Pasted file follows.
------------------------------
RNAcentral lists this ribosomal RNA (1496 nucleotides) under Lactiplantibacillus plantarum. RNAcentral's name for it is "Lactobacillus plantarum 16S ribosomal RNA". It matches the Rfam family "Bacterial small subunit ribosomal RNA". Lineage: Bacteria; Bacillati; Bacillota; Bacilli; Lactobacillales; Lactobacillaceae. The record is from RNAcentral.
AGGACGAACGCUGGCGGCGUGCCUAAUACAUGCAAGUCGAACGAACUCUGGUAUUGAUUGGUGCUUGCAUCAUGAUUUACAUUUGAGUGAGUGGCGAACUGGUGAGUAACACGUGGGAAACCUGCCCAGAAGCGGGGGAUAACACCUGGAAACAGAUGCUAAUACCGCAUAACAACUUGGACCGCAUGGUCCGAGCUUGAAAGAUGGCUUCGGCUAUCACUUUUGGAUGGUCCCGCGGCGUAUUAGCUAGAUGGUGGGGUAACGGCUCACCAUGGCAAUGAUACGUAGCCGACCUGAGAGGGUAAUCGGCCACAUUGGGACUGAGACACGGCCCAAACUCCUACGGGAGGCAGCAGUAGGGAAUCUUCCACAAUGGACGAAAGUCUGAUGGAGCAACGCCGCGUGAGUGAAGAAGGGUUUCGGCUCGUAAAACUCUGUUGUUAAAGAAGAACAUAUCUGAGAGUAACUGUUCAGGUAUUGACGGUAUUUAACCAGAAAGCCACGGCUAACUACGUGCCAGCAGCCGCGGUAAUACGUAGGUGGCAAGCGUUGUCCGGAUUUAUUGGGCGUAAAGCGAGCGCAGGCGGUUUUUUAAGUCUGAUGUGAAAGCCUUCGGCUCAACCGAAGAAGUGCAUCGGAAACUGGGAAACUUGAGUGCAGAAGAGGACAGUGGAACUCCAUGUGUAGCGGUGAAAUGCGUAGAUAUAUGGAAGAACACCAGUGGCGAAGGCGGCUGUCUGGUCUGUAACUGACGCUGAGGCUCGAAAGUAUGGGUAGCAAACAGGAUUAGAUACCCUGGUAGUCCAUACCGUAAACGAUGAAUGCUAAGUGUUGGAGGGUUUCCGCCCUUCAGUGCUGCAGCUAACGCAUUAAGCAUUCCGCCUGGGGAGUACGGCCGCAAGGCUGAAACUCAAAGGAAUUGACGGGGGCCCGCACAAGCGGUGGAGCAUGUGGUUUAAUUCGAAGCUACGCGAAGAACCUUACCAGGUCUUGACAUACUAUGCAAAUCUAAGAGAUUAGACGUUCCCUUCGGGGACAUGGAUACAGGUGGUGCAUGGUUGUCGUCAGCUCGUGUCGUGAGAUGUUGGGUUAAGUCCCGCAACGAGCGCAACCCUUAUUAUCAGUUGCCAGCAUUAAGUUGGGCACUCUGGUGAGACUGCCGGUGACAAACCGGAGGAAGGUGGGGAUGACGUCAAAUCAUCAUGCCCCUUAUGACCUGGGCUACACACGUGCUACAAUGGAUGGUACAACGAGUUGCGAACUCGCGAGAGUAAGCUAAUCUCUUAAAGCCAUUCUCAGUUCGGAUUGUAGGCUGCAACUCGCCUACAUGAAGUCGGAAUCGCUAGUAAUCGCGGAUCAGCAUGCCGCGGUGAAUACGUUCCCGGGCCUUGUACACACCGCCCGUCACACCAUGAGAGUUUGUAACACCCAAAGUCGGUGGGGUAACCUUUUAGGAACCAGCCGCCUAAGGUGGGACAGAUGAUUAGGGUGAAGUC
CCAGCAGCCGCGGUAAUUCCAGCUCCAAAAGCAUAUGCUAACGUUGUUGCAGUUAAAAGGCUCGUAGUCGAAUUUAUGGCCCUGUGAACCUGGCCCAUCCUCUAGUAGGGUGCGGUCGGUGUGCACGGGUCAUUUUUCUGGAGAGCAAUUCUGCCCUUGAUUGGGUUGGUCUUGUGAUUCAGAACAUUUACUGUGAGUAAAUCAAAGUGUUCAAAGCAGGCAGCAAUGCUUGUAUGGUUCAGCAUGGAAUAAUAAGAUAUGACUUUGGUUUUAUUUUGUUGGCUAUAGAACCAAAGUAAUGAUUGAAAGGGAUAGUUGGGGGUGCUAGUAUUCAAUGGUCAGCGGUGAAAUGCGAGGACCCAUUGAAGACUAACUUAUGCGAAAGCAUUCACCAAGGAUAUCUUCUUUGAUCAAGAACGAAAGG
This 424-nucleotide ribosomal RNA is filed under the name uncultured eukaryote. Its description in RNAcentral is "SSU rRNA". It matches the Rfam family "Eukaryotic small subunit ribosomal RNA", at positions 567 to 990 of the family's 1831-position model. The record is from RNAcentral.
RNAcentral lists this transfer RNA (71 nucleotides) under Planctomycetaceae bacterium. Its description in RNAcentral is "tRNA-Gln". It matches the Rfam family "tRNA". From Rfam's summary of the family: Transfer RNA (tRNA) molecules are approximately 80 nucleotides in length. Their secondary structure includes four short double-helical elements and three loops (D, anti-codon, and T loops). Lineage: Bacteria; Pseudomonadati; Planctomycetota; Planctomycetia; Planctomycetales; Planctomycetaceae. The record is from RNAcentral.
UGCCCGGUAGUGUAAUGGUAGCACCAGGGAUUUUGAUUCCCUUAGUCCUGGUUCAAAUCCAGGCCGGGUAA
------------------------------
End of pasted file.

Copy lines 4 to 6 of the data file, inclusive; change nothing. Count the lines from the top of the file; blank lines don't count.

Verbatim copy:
This 424-nucleotide ribosomal RNA is filed under the name uncultured eukaryote. Its description in RNAcentral is "SSU rRNA". It matches the Rfam family "Eukaryotic small subunit ribosomal RNA", at positions 567 to 990 of the family's 1831-position model. The record is from RNAcentral.
RNAcentral lists this transfer RNA (71 nucleotides) under Planctomycetaceae bacterium. Its description in RNAcentral is "tRNA-Gln". It matches the Rfam family "tRNA". From Rfam's summary of the family: Transfer RNA (tRNA) molecules are approximately 80 nucleotides in length. Their secondary structure includes four short double-helical elements and three loops (D, anti-codon, and T loops). Lineage: Bacteria; Pseudomonadati; Planctomycetota; Planctomycetia; Planctomycetales; Planctomycetaceae. The record is from RNAcentral.
UGCCCGGUAGUGUAAUGGUAGCACCAGGGAUUUUGAUUCCCUUAGUCCUGGUUCAAAUCCAGGCCGGGUAA